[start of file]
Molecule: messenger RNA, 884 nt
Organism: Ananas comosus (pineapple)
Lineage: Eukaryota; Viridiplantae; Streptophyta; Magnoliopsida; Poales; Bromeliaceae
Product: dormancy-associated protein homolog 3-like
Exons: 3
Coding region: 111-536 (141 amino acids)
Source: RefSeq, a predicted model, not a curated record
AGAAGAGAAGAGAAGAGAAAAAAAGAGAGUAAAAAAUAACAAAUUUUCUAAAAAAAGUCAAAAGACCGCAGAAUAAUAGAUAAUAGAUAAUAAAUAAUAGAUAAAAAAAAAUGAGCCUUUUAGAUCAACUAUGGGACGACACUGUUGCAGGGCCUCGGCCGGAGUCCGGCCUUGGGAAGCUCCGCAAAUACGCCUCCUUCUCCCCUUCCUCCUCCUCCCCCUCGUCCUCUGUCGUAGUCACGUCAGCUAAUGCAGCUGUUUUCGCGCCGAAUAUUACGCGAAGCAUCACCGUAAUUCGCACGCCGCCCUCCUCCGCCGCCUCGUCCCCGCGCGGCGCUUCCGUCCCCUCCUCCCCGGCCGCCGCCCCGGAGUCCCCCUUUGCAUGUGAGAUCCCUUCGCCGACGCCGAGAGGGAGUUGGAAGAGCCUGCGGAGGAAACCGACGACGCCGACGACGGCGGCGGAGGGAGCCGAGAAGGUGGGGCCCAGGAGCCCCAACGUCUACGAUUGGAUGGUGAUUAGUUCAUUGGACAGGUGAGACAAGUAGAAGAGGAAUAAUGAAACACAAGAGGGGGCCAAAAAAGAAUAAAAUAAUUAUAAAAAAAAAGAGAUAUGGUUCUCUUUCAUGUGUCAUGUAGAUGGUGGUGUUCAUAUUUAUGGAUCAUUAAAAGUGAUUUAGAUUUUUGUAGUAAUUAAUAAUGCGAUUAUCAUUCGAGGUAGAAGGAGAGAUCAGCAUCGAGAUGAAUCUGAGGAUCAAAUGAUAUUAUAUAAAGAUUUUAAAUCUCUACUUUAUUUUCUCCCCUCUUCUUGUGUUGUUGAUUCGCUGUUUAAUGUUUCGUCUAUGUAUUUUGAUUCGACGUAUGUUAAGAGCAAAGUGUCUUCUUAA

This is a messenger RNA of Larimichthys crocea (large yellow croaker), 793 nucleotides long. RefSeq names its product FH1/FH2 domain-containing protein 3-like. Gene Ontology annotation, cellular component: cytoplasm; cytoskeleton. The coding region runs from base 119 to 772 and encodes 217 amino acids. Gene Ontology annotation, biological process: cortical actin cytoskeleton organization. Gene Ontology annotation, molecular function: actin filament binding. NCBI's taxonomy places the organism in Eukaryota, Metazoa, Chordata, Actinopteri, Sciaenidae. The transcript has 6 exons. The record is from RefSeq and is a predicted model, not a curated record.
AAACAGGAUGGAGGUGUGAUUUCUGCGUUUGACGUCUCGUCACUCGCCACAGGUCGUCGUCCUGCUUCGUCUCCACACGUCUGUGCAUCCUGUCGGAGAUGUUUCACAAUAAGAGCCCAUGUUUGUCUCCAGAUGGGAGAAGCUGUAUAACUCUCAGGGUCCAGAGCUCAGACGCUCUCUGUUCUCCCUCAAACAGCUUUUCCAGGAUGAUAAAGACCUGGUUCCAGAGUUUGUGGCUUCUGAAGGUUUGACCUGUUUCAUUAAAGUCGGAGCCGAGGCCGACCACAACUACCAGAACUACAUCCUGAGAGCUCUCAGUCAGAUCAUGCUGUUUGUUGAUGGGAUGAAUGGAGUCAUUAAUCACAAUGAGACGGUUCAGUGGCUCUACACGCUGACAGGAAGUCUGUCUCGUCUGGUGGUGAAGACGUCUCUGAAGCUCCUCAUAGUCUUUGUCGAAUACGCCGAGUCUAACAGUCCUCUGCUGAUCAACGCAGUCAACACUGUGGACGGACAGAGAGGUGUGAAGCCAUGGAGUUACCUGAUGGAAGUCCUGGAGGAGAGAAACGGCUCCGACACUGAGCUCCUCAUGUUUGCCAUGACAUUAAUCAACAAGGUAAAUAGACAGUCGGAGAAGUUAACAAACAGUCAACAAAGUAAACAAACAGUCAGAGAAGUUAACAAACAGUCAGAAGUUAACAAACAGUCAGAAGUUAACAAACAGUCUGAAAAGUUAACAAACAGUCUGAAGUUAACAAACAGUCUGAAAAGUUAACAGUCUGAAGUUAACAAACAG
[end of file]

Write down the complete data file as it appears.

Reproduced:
Molecule: messenger RNA, 884 nt
Organism: Ananas comosus (pineapple)
Lineage: Eukaryota; Viridiplantae; Streptophyta; Magnoliopsida; Poales; Bromeliaceae
Product: dormancy-associated protein homolog 3-like
Exons: 3
Coding region: 111-536 (141 amino acids)
Source: RefSeq, a predicted model, not a curated record
AGAAGAGAAGAGAAGAGAAAAAAAGAGAGUAAAAAAUAACAAAUUUUCUAAAAAAAGUCAAAAGACCGCAGAAUAAUAGAUAAUAGAUAAUAAAUAAUAGAUAAAAAAAAAUGAGCCUUUUAGAUCAACUAUGGGACGACACUGUUGCAGGGCCUCGGCCGGAGUCCGGCCUUGGGAAGCUCCGCAAAUACGCCUCCUUCUCCCCUUCCUCCUCCUCCCCCUCGUCCUCUGUCGUAGUCACGUCAGCUAAUGCAGCUGUUUUCGCGCCGAAUAUUACGCGAAGCAUCACCGUAAUUCGCACGCCGCCCUCCUCCGCCGCCUCGUCCCCGCGCGGCGCUUCCGUCCCCUCCUCCCCGGCCGCCGCCCCGGAGUCCCCCUUUGCAUGUGAGAUCCCUUCGCCGACGCCGAGAGGGAGUUGGAAGAGCCUGCGGAGGAAACCGACGACGCCGACGACGGCGGCGGAGGGAGCCGAGAAGGUGGGGCCCAGGAGCCCCAACGUCUACGAUUGGAUGGUGAUUAGUUCAUUGGACAGGUGAGACAAGUAGAAGAGGAAUAAUGAAACACAAGAGGGGGCCAAAAAAGAAUAAAAUAAUUAUAAAAAAAAAGAGAUAUGGUUCUCUUUCAUGUGUCAUGUAGAUGGUGGUGUUCAUAUUUAUGGAUCAUUAAAAGUGAUUUAGAUUUUUGUAGUAAUUAAUAAUGCGAUUAUCAUUCGAGGUAGAAGGAGAGAUCAGCAUCGAGAUGAAUCUGAGGAUCAAAUGAUAUUAUAUAAAGAUUUUAAAUCUCUACUUUAUUUUCUCCCCUCUUCUUGUGUUGUUGAUUCGCUGUUUAAUGUUUCGUCUAUGUAUUUUGAUUCGACGUAUGUUAAGAGCAAAGUGUCUUCUUAA

This is a messenger RNA of Larimichthys crocea (large yellow croaker), 793 nucleotides long. RefSeq names its product FH1/FH2 domain-containing protein 3-like. Gene Ontology annotation, cellular component: cytoplasm; cytoskeleton. The coding region runs from base 119 to 772 and encodes 217 amino acids. Gene Ontology annotation, biological process: cortical actin cytoskeleton organization. Gene Ontology annotation, molecular function: actin filament binding. NCBI's taxonomy places the organism in Eukaryota, Metazoa, Chordata, Actinopteri, Sciaenidae. The transcript has 6 exons. The record is from RefSeq and is a predicted model, not a curated record.
AAACAGGAUGGAGGUGUGAUUUCUGCGUUUGACGUCUCGUCACUCGCCACAGGUCGUCGUCCUGCUUCGUCUCCACACGUCUGUGCAUCCUGUCGGAGAUGUUUCACAAUAAGAGCCCAUGUUUGUCUCCAGAUGGGAGAAGCUGUAUAACUCUCAGGGUCCAGAGCUCAGACGCUCUCUGUUCUCCCUCAAACAGCUUUUCCAGGAUGAUAAAGACCUGGUUCCAGAGUUUGUGGCUUCUGAAGGUUUGACCUGUUUCAUUAAAGUCGGAGCCGAGGCCGACCACAACUACCAGAACUACAUCCUGAGAGCUCUCAGUCAGAUCAUGCUGUUUGUUGAUGGGAUGAAUGGAGUCAUUAAUCACAAUGAGACGGUUCAGUGGCUCUACACGCUGACAGGAAGUCUGUCUCGUCUGGUGGUGAAGACGUCUCUGAAGCUCCUCAUAGUCUUUGUCGAAUACGCCGAGUCUAACAGUCCUCUGCUGAUCAACGCAGUCAACACUGUGGACGGACAGAGAGGUGUGAAGCCAUGGAGUUACCUGAUGGAAGUCCUGGAGGAGAGAAACGGCUCCGACACUGAGCUCCUCAUGUUUGCCAUGACAUUAAUCAACAAGGUAAAUAGACAGUCGGAGAAGUUAACAAACAGUCAACAAAGUAAACAAACAGUCAGAGAAGUUAACAAACAGUCAGAAGUUAACAAACAGUCAGAAGUUAACAAACAGUCUGAAAAGUUAACAAACAGUCUGAAGUUAACAAACAGUCUGAAAAGUUAACAGUCUGAAGUUAACAAACAG